[Dog-faced Atheist] Ask
Sarah, I have never considered atheists as an oppressed group. Would you consider yourself and others oppressed?
Whether or not an atheist is oppressed depends largely on his or her environment and means of expression. When it comes to thoughts about oppression, we may be dealing with a difference in, not only perspective, but also definition. I do not answer for a collective group, but represent only my thoughts and observations as an atheist living in the southern United States. Many would probably avoid the word “oppression” in regard to the treatment of atheists, and you’ll notice that even I lean more toward “discrimination” and other synonyms at times.
Where I live and grew up, atheists are the recurrent recipients of negative stereotype and prejudice. An open atheist risks being called “evil” or as with a past teacher of mine— losing their job if their boss knew about their beliefs. The environment of fear is palpable.
One of the past (and most frequent) arguments I have heard entailed a difference in visibility, particularly when comparing atheists to African Americans in the south. The premiere point being that one cannot tell if another person is an atheist by merely looking at him or her. The same cannot be said for African Americans or other people of color. Therefore, the atheist has a type of comparative privilege and societal camouflage. But what if an atheist was made visible in some way? (Recall briefly how Jewish people were made to wear the yellow star of David during World War II.) I would not, for a second, want to wear some type of t-shirt or other garment denoting my atheism and walk around my hometown adorned. I would risk subsequent ostracism and threats.
Photo Credit: Rhodes Jewish Museum
To further comment on this comparison, I will say immediately address how silly I find this contest of oppression and its subsequent degree.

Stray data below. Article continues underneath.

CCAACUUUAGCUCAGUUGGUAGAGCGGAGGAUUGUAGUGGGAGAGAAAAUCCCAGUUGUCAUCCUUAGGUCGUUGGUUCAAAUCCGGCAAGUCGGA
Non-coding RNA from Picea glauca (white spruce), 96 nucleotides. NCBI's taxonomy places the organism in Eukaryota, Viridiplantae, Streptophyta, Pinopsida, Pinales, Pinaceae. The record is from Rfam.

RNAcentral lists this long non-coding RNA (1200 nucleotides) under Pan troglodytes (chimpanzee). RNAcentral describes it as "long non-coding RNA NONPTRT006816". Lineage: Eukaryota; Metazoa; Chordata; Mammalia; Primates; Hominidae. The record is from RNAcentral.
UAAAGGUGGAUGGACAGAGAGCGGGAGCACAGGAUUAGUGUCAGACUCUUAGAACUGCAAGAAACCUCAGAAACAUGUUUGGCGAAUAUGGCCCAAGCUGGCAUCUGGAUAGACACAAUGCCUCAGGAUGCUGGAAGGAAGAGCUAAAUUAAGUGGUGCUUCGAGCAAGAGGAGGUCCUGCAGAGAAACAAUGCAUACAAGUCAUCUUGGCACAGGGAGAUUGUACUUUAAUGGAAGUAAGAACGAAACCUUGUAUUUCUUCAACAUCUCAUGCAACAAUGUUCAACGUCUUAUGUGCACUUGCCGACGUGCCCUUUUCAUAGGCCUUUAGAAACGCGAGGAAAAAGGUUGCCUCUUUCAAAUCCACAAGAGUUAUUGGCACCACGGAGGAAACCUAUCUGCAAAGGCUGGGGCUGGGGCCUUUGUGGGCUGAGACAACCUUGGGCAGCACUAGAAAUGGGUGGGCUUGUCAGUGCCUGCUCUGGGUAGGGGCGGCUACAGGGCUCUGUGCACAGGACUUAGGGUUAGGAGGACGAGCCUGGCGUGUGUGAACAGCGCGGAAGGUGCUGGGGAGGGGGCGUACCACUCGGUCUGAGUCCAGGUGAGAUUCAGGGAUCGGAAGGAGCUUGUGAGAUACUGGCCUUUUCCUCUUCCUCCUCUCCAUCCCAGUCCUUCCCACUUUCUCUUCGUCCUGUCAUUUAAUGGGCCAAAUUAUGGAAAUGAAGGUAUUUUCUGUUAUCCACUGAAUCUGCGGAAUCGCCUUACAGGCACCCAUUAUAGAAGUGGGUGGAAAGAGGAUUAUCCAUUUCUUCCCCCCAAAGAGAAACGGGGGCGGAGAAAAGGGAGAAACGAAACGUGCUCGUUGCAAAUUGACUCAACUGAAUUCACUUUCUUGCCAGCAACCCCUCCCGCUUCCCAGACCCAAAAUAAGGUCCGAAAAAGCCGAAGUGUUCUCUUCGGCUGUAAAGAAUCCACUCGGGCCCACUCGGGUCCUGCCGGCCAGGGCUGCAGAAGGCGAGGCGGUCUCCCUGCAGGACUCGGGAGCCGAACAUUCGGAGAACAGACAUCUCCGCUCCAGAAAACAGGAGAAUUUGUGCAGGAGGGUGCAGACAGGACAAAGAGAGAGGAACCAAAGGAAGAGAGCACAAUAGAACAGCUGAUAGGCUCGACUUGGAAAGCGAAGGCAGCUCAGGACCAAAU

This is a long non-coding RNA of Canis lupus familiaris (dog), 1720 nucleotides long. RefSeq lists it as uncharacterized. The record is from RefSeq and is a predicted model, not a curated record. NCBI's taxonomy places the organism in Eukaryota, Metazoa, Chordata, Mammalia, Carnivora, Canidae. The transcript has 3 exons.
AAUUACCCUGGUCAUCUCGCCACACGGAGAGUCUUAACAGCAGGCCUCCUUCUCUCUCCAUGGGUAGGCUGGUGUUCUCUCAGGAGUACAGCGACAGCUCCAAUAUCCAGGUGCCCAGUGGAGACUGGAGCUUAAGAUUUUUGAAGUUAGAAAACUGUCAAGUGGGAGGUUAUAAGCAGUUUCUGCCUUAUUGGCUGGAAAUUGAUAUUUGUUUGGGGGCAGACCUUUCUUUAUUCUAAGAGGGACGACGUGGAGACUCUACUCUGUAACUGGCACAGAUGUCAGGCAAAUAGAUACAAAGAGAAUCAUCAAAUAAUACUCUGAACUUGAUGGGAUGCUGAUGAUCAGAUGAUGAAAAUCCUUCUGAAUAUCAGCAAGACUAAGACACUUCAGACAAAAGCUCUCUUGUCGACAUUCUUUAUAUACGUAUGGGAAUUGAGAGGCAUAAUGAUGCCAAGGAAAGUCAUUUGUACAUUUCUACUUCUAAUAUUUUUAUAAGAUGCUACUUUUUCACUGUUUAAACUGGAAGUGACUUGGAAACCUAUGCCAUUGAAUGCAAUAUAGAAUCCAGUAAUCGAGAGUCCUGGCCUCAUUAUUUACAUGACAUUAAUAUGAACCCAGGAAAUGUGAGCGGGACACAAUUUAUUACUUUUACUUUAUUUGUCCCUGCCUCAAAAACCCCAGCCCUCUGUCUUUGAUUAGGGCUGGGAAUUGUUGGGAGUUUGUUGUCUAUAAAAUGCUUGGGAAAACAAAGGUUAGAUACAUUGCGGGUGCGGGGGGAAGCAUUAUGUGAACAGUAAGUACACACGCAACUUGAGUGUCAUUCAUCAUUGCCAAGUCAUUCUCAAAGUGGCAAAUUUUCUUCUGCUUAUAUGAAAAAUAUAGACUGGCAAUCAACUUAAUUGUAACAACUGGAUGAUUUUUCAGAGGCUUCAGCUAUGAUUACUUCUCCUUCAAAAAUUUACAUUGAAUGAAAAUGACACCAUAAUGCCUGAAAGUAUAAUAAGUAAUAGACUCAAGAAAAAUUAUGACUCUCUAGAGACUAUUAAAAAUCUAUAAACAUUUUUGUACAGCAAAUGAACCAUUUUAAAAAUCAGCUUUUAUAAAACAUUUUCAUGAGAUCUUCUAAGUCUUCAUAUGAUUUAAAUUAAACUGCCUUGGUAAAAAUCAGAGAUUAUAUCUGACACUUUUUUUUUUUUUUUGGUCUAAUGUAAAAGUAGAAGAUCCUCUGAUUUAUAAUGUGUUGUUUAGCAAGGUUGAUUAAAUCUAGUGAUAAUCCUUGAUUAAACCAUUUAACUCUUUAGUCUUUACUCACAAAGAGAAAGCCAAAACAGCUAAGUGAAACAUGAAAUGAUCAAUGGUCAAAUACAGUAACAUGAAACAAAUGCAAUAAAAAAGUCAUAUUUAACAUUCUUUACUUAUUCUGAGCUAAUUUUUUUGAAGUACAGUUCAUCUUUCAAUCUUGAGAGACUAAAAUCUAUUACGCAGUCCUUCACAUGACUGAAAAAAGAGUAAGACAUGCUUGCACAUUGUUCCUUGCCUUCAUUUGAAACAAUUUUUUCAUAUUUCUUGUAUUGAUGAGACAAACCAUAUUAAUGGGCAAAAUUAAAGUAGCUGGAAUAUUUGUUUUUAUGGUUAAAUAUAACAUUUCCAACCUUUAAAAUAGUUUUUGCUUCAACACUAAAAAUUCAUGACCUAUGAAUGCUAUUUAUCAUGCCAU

Person #1: I’m oppressed!
Person #2: I’m oppressed more!
So it goes.
At the same time, atheists tend not to be parallel to the same amount of physical violence as the LGBT community or the same level of economic oppression as women. Nonetheless, there is an astonishing amount of anti-atheist sentiment in the United States, and like these other aforementioned groups, atheists represent a minority within the general populace.
People have been oppressed for ages based on their race, class, gender, ability, sexuality, age— and of course, religious connotation or lack thereof. The argument that atheists are not oppressed because of separation of church and state or freedom of speech is simply illogical. Just because the United States abolished slavery doesn’t mean African Americans aren’t oppressed. The same can be said for atheists.
Culture of Silence
I do not attempt to victimize myself by writing this response and have struggled greatly while trying to find structure within this defense. I often feel that if I raise the point of atheists as an oppressed group, then I may be accused of an emotional pursuit to garner sympathy. The result, therein, becomes silence. If I don’t speak openly about oppression, then again the result is silence. It’s the inherent Catch-22. Oppression runs deep within the culture of silence; and through adherence to silence, I am being programmed into conformity.
In a future entry (or series of entries), I will attempt to relate atheism to the
various faces/types of oppression. Thank you for this question, Anon!